Freedom Fighters: David Holland - KLTV.com - Tyler, Longview, Jacksonville |ETX News

Freedom Fighters: David Holland

(KLTV) -

David Holland had only been married three weeks when he was shipped to Vietnam in September of 1968. He was determined to return home to his bride, but found out staying alive in the Vietnam War was easier said than done.

Holland joined the Army in 1968, and before the year was out, was in Vietnam.

"I went over there with a mindset that I was going to be a survivor," Holland recalled. "I was not going to be a victim. I was going to do whatever I had to do to be a survivor."

Hollans found out soon after arriving in Vietnam that being a survivor wouldn't be all that easy.

"Man, we hadn't been out in the bush but a few days, and got into an ambush situation. That's just one of the deals where you just do what you've been taught to do and keep your head down and keep firing as best as you can," Holland said.

Holland was to have many jobs during his time in Vietnam, but his first assignment as a radio telephone operator and machine gunner was among the most dangerous.

"That's when it was brought to my attention that well, yeah, that's usually the first two people they try to take out is the radio telephone operator and the machine gunner," said Holland.

Holland's most unique job was as a "Tunnel Rat." The Vietcong were famous for their underground compounds of tunnels.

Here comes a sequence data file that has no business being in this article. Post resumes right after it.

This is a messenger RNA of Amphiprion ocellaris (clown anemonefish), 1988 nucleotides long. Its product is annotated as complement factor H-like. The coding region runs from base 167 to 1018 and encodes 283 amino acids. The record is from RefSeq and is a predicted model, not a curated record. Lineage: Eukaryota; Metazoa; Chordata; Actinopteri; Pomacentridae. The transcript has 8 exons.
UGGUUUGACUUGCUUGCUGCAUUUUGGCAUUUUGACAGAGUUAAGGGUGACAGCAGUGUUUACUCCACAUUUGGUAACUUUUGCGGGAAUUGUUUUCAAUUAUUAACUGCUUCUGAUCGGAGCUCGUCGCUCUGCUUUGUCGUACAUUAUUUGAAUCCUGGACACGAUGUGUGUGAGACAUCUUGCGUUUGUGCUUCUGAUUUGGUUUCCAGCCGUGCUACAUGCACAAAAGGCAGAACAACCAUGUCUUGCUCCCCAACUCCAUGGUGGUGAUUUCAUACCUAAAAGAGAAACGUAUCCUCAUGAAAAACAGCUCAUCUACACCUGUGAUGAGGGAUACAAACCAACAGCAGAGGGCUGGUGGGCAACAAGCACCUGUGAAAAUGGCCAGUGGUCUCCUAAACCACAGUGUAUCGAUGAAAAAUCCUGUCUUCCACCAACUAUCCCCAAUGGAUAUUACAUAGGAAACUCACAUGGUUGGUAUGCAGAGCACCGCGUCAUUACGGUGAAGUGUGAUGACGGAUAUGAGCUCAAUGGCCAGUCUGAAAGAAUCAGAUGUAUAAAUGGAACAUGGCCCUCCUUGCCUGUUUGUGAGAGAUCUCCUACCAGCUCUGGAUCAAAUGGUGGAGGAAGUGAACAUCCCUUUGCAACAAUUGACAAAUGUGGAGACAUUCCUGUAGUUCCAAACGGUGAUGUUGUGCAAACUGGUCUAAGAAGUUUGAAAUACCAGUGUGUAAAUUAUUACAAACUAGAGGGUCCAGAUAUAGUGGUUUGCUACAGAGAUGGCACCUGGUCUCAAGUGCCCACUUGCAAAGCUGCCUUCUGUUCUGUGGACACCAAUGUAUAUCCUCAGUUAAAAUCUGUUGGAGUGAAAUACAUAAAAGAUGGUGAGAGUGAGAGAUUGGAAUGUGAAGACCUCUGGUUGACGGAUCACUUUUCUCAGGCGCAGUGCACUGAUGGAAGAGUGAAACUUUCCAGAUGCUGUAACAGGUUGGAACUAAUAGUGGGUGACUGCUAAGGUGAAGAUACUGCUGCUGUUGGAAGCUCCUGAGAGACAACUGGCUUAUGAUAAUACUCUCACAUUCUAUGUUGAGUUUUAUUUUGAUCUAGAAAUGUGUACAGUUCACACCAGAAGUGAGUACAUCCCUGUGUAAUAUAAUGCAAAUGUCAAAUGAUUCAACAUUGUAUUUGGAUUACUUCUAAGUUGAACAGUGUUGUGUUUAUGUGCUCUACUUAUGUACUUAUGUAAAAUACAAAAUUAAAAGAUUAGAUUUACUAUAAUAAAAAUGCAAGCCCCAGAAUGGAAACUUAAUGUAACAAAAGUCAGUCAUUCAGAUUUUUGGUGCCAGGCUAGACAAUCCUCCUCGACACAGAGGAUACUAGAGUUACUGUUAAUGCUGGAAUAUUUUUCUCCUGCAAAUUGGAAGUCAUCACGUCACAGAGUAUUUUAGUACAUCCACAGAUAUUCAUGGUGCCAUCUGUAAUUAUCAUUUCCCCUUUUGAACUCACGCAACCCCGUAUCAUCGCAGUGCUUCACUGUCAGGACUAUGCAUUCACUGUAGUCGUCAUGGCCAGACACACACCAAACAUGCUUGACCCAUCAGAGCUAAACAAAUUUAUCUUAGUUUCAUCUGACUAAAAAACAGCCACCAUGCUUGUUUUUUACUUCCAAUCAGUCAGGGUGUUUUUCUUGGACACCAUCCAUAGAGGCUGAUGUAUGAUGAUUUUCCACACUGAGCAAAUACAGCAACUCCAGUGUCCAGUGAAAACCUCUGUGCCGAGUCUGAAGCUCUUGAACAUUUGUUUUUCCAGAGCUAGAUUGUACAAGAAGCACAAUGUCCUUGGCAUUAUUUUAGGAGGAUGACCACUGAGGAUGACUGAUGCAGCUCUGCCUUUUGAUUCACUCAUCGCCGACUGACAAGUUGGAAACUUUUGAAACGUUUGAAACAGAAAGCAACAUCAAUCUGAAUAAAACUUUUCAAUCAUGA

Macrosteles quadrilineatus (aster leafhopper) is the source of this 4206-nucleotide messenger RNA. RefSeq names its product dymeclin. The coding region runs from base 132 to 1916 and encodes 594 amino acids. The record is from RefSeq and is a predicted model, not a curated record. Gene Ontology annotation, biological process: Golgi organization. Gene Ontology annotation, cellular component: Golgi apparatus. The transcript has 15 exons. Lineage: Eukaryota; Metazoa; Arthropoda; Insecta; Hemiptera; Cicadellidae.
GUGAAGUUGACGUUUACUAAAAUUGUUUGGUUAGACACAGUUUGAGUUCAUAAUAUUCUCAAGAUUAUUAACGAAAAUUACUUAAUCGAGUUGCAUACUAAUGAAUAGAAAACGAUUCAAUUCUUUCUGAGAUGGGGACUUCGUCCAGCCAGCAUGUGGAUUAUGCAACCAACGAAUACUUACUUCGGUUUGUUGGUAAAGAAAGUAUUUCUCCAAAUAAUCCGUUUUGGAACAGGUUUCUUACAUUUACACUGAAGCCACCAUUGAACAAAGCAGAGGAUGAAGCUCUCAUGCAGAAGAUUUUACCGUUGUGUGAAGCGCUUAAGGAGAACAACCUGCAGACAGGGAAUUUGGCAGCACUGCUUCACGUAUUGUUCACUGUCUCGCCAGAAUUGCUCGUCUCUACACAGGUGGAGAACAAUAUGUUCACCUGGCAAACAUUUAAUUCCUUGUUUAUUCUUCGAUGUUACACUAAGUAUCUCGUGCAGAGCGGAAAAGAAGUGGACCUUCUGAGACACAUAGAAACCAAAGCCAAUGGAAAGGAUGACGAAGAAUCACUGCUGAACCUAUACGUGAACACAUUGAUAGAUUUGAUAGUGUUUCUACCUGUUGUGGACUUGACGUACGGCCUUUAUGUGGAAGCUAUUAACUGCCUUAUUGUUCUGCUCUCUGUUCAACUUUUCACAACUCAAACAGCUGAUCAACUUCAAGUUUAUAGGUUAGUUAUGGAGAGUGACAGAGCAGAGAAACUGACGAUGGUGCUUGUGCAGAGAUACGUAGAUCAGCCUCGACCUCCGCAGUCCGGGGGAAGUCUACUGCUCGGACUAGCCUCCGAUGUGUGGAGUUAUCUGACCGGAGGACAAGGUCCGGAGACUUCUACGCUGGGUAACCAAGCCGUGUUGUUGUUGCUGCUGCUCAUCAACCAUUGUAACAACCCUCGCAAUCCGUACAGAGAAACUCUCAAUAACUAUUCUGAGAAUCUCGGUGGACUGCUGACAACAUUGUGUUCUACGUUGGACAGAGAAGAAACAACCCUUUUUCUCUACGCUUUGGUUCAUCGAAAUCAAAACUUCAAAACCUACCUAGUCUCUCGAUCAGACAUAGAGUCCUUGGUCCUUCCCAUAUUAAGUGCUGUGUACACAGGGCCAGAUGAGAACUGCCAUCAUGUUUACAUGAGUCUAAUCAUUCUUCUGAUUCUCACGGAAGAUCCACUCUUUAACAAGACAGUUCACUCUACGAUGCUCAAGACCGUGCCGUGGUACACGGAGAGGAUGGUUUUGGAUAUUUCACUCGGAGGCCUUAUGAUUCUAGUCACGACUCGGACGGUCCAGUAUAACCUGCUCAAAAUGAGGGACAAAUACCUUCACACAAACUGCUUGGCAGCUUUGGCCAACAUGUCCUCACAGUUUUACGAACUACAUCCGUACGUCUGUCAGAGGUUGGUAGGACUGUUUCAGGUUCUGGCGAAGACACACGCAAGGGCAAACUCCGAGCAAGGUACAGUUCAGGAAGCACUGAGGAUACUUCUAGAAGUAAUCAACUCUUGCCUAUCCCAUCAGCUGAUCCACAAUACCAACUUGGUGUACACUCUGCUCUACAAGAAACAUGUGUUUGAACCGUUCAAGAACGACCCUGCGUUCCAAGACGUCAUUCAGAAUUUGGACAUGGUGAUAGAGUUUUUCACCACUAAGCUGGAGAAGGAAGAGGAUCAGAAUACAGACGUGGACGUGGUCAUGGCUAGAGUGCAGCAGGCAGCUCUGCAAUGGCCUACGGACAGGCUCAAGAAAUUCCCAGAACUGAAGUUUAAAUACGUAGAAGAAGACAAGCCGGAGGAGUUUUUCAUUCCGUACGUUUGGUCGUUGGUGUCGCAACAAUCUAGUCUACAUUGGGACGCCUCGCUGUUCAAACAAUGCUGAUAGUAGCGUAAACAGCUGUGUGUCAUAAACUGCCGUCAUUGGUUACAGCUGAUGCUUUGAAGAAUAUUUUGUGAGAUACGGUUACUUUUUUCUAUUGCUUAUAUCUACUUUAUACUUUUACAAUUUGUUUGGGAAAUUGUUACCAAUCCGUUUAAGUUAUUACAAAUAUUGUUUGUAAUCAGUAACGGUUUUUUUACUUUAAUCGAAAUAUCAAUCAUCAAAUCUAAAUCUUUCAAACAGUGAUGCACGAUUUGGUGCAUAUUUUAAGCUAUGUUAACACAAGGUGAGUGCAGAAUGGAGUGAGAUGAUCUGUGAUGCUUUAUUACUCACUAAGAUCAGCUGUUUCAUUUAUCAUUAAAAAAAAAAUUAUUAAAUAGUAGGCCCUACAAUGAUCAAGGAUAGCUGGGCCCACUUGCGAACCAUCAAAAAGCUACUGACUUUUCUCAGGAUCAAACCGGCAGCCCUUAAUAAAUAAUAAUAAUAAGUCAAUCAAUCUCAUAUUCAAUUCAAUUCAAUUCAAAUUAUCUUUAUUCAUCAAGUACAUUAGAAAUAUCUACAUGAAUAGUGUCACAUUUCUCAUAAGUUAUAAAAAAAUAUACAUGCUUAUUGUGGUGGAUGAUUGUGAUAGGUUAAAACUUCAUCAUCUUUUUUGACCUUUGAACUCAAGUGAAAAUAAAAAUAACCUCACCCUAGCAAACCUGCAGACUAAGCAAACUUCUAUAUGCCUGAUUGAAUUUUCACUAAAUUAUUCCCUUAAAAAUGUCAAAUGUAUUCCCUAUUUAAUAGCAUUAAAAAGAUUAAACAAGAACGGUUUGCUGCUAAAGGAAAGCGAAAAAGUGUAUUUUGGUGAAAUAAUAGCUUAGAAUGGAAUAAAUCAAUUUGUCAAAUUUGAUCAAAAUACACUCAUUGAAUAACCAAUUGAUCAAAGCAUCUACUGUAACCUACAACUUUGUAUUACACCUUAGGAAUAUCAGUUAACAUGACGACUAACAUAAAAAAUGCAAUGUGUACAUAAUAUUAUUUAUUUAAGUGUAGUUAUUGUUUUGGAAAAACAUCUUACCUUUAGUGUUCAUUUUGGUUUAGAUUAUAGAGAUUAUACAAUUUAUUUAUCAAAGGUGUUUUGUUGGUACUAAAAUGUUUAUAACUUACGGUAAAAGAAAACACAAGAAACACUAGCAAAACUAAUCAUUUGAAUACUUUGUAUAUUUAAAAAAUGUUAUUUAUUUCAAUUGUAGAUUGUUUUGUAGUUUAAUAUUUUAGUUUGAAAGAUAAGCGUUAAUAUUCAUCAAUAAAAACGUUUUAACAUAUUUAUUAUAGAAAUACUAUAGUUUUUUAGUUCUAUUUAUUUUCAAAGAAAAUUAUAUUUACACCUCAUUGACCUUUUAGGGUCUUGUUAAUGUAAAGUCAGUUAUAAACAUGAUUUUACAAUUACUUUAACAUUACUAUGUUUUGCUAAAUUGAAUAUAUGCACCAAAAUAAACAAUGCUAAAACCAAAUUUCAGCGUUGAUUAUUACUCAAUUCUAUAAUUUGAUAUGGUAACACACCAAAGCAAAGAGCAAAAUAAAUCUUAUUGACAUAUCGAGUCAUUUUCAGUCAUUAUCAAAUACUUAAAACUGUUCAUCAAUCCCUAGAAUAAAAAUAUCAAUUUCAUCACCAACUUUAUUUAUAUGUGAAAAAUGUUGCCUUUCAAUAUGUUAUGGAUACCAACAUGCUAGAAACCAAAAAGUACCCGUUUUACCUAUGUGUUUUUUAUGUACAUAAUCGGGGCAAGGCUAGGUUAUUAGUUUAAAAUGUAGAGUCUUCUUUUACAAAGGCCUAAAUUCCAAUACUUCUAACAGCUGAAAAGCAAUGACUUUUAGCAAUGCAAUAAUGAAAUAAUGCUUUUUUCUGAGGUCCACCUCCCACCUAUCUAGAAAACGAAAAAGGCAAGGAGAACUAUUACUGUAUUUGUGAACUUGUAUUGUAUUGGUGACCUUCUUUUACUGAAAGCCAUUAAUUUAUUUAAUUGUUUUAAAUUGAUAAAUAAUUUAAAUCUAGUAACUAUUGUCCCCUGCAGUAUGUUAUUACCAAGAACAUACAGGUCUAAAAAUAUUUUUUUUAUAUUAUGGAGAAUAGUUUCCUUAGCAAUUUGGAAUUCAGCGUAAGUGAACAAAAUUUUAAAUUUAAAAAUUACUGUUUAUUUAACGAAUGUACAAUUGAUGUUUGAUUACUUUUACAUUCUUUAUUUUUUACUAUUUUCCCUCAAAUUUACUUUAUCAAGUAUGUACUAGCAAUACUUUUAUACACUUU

As one of the smaller men in the company, Holland had to go down and check the things out, so with a rope tied to his leg and carrying only a pistol and flashlight, he was lowered into the tunnels.

His biggest find was not a Vietcong, but something much more sinister.

"What it was, was an unexploded 500 pound bomb from a B-52 bomber," he recalled.

The first time Holland was wounded was when he was a gunner in an armored personnel carrier that ran over a land mine. 

"I remember the noise and the black and then the orange and yellow flash, and then when I woke up, apparently I hadn't been out very long, I was still up in the turret," he said.

Holland's gun had hit his chin, opening it up and knocking him out. After the medics had sewn him up, Holland was sent back into battle only to be wounded for a second time.

"The second time our company had been brought back to base camp for a stand down, and we were pulling guard duty, and it was about three o'clock in the morning, and we got under a rocket and mortar attack," Holland said. "They were 88 millimeter rockets and one of them hit right in front of our bunker and blew the front of our bunker off, and how none of us weren't killed from that, that's just again the hand of God being on us."

Holland began crawling to a nearby bunker with rockets hitting all around him. He didn't know he had been wounded until others pointed it out.

"The guys in the other bunkers said- Hey Holland, you've been hit- and I've been hit 11 times with pieces of shrapnel," he said. "They got eight of the pieces out. I've still got three pieces in me."

Even after painful injuries, Holland's most painful time in Vietnam was when he found his best friend, James Lucero, had been killed. Lucero's parents wanted Holland to escort their son's body back to the states.

After all he had experienced, Holland's return to the U.S. was also painful.

"Like a lot of other people, I was called baby murderer, murderer and at times I was spit upon," Holland said.

And yet, when asked how he felt about serving his country, David Holland says he's honored to have served:

"I would much rather be here to fight evil in another country than to have us fighting here in our own borders."

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